The Line Item Veto: A Wolf in Sheep’s Clothing

Lucas Morel

April 1, 1998

This week the Supreme Court heard oral arguments in Clinton vs. City of New York, which deals with the 1996 Line-Item Veto Act. The high court will decide if the Act violates the constitutional separation of powers by transfering legislative authority to the executive branch.

Passed overwhelmingly by a Republican Congress and signed with much fanfare by a Democratic president, the Act empowered the president to cut specific "line items" from a spending or taxation bill within five days of signing the entire bill into law. And while most legal experts do not expect the Court to uphold the law, some believe the justices may not even decide the case on its constitutional merits.

According to a legal doctrine called "standing," a litigant cannot have a case tried simply on the basis of a hypothetical or prospective injury. The petitioner must show a concrete harm that the court can remedy. Although President Clinton has excised over $400 million from congressional spending bills since first applying the line-item veto last August, there is debate over whether or not the plaintiffs in this case (and its companion case, Rubin vs. Snake River Potato Growers) have actually been harmed by the Act.

New York City complained that a presidential rescission prevented the city and state from raising taxes on hospitals to attract federal Medicaid patients. The Idaho potato growers sued to restore a tax measure that would allow deferral of capital gains taxes if an agribusiness was sold to a farmers’ cooperative. But during oral argument this week, Justice Scalia declared it "astounding" that the groups involved in these cases are only indirectly affected by the Act. Only last June the Court threw out the first line-item veto case, when six members of Congress filed suit before the president actually exercised his line-item veto authority. Since August 1997, President Clinton used the line-item veto 82 times before it was struck down by a district court judge last February.

And so it is unlikely that the Supreme Court will address the constitutional issue at stake, especially when the crux of the dispute is the abstract principle of separation of powers and not a specific right of a citizen being jeopardized. The framers of the U.S. Constitution would not be pleased. They designed the Constitution to divide the powers of the federal government into separate branches to avoid an undue concentration of power–what the Federalist Papers called "the very definition of tyranny." The Founders thought elections an insufficient guarantee of freedom if government officers could readily combine their powers for self-interested ends. The solution? A constitution that gives each branch the means and incentive to exercise its respective powers independent of the other branches.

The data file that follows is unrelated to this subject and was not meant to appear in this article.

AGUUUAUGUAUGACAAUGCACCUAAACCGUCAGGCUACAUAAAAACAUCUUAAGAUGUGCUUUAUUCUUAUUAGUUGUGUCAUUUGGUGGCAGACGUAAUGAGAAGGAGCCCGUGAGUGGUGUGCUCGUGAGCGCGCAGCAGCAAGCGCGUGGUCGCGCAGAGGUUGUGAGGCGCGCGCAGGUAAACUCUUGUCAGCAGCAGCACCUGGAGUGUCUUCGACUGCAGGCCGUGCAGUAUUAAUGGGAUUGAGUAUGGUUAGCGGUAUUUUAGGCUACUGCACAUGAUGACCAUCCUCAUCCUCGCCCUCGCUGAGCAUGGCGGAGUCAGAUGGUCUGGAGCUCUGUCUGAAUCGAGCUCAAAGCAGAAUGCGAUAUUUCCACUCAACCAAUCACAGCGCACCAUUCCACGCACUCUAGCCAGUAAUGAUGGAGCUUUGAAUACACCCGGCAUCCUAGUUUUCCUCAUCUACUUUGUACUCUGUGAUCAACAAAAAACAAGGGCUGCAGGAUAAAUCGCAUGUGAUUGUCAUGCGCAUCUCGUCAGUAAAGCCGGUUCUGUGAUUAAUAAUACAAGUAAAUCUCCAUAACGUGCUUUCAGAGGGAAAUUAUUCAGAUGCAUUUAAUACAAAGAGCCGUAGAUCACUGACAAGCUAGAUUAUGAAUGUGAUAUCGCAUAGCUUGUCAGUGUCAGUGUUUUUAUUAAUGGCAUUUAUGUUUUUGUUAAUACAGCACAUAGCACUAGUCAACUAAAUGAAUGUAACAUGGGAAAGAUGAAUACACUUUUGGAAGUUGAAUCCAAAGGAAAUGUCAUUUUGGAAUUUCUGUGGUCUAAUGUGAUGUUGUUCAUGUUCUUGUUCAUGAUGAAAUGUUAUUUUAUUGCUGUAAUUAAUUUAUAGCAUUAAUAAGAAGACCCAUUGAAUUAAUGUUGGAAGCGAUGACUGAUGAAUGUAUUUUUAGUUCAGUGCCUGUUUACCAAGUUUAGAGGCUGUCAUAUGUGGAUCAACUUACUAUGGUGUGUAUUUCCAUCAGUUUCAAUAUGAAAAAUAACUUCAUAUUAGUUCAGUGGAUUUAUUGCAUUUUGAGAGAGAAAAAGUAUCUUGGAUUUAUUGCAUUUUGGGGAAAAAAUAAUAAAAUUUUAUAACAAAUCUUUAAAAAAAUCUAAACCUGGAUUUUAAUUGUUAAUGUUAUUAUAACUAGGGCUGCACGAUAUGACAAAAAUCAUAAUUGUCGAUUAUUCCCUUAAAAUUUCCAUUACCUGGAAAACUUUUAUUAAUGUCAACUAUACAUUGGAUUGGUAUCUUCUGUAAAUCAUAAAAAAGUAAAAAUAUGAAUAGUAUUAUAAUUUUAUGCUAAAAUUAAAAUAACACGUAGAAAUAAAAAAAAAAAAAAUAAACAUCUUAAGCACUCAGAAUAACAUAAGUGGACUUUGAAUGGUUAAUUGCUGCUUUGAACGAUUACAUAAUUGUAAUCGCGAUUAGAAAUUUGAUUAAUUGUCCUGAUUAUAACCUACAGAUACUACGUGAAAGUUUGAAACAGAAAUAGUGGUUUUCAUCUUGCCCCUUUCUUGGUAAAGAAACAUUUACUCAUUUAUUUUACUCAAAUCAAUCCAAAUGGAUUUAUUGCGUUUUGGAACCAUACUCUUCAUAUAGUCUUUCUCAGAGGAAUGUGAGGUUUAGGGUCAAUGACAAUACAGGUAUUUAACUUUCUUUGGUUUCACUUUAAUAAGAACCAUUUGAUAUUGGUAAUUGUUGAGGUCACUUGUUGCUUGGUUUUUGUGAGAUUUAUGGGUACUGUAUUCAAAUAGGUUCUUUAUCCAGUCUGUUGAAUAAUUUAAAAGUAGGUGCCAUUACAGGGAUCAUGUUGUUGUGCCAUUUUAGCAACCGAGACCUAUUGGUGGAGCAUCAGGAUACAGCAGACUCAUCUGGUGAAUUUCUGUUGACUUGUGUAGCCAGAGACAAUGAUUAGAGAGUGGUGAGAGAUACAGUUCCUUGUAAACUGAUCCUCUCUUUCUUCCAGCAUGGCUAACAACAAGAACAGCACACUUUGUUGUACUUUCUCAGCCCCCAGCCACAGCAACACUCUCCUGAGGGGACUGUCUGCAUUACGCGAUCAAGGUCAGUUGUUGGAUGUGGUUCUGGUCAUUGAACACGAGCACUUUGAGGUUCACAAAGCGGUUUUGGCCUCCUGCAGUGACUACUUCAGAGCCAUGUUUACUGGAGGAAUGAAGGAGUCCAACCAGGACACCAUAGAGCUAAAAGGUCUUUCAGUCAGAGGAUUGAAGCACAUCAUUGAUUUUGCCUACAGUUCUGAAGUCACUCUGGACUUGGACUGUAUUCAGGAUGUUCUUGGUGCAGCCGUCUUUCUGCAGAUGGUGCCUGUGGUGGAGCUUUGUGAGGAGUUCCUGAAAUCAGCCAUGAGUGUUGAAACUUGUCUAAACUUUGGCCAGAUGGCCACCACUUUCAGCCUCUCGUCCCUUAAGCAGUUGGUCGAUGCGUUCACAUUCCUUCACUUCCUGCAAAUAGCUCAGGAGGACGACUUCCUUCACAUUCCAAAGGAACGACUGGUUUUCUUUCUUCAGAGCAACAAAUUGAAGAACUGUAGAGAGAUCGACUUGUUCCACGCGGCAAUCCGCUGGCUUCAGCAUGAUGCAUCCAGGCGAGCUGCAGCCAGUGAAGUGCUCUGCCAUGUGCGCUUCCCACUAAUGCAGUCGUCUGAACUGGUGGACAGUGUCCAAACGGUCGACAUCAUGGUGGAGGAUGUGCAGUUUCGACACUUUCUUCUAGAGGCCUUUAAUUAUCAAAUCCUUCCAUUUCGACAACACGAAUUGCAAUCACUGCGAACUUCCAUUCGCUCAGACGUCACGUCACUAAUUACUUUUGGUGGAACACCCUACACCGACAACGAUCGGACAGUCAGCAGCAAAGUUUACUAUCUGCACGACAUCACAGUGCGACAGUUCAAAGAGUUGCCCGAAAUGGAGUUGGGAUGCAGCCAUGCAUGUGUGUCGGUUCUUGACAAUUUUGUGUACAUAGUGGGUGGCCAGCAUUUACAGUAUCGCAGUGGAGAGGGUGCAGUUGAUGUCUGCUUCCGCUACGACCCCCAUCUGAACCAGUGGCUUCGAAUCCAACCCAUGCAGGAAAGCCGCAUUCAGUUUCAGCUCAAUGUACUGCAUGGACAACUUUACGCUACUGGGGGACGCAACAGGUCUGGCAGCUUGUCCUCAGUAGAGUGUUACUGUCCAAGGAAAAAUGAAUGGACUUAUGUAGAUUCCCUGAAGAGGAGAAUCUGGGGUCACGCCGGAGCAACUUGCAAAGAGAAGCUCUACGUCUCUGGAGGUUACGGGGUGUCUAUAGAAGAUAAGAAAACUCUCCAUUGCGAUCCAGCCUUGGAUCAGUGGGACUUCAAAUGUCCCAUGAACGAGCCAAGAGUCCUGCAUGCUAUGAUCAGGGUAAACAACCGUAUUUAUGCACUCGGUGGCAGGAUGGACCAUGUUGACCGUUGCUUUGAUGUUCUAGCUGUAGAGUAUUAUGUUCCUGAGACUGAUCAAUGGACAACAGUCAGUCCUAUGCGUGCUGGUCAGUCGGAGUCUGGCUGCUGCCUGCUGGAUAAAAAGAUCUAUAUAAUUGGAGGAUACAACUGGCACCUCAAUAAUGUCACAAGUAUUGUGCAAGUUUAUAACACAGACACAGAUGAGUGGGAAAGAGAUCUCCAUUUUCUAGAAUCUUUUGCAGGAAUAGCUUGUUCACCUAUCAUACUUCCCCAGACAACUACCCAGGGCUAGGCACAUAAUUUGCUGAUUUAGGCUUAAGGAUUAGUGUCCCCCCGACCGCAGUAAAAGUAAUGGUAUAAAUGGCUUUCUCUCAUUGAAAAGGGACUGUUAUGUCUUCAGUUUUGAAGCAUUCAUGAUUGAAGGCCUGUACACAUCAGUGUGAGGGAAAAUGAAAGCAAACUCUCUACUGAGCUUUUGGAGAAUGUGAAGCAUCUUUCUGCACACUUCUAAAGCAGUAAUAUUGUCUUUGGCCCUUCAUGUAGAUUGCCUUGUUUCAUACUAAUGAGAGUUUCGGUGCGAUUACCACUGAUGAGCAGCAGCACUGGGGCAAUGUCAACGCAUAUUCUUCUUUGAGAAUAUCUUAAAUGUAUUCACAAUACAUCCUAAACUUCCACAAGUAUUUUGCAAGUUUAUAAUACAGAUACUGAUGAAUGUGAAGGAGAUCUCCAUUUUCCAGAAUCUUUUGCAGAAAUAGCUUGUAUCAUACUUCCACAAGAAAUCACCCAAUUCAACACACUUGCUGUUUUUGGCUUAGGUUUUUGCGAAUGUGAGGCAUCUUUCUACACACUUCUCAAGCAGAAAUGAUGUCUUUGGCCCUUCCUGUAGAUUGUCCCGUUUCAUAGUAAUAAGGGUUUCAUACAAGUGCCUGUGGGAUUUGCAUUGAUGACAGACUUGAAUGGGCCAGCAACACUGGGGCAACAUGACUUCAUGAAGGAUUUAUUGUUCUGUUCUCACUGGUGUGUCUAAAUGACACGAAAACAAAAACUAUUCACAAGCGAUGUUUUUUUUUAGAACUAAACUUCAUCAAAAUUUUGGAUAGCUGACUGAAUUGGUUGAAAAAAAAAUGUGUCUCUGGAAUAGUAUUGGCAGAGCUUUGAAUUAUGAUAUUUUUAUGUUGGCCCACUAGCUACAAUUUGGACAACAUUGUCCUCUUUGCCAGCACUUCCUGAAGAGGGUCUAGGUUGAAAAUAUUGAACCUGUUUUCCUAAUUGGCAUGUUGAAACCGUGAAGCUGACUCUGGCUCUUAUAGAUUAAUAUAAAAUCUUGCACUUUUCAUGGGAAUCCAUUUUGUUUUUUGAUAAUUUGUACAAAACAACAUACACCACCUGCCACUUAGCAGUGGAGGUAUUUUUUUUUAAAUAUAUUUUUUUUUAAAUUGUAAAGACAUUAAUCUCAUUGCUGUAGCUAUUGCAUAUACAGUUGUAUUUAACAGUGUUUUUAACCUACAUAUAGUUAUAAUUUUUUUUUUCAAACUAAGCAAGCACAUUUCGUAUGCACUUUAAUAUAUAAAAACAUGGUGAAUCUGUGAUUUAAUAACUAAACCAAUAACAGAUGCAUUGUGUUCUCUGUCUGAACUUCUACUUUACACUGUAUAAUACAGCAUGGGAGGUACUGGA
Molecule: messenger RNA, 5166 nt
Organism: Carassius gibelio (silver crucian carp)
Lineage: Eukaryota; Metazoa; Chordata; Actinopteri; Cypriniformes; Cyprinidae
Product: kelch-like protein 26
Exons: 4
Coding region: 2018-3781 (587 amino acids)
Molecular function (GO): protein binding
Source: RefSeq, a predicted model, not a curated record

Instead of hearing that presidents "from Grant to Reagan" have sought the line-item veto, or that 43 governors already have it, or that deficits will finally meet their match, we should consider the implications of the Act for our freedom. If Congress can alter the way it presents bills to the president, without consulting the American people through the amendment process, then Congress elevates its own will above the people’s. Simply stated, a line-item veto granted by the Congress to the president by mere majority vote destroys the checks and balances built into the Constitution.

It also undermines legislative responsibility. Senators and representatives, who already have a number of ways of hiding their positions and votes on the day’s controversies, are now able to say to their constituents, "Look, I really wanted to use public monies to buy you all a new bridge, but that miserly Mr. President took it out of the bill. Sorry. By the way, vote for me this November. I tried my best!" Even Justice Ginsburg remarked that the Act shielded legislators from "political heat."

True debate and deliberation on public policy, which one should expect from the national legislature, thus becomes replaced by the empty politics of good intentions. This relieves legislators of the responsibility for defending their opinions before their constituents. But under a representative democracy, responsibility is a two-way street: our representatives must not only make decisions that stick, but do so in a public fashion so that Americans can praise or blame their actions in preparation for the next election.

For too long, Americans have permitted their national government to act on the basis of "good intentions" and mere efficiency, and not by virtue of powers granted by the Constitution. Let us hope the Court will not only hear the case, but decide it upon constitutional and not procedural grounds. Perhaps then the American people would see the danger of congressional overreach, and become more watchful over the actions of their representatives. For as Jefferson once wrote, if the people "become inattentive to the public affairs," the governors "shall all become wolves."

Lucas Morel is an Adjunct Fellow at the Ashbrook Center for Public Affairs at Ashland University.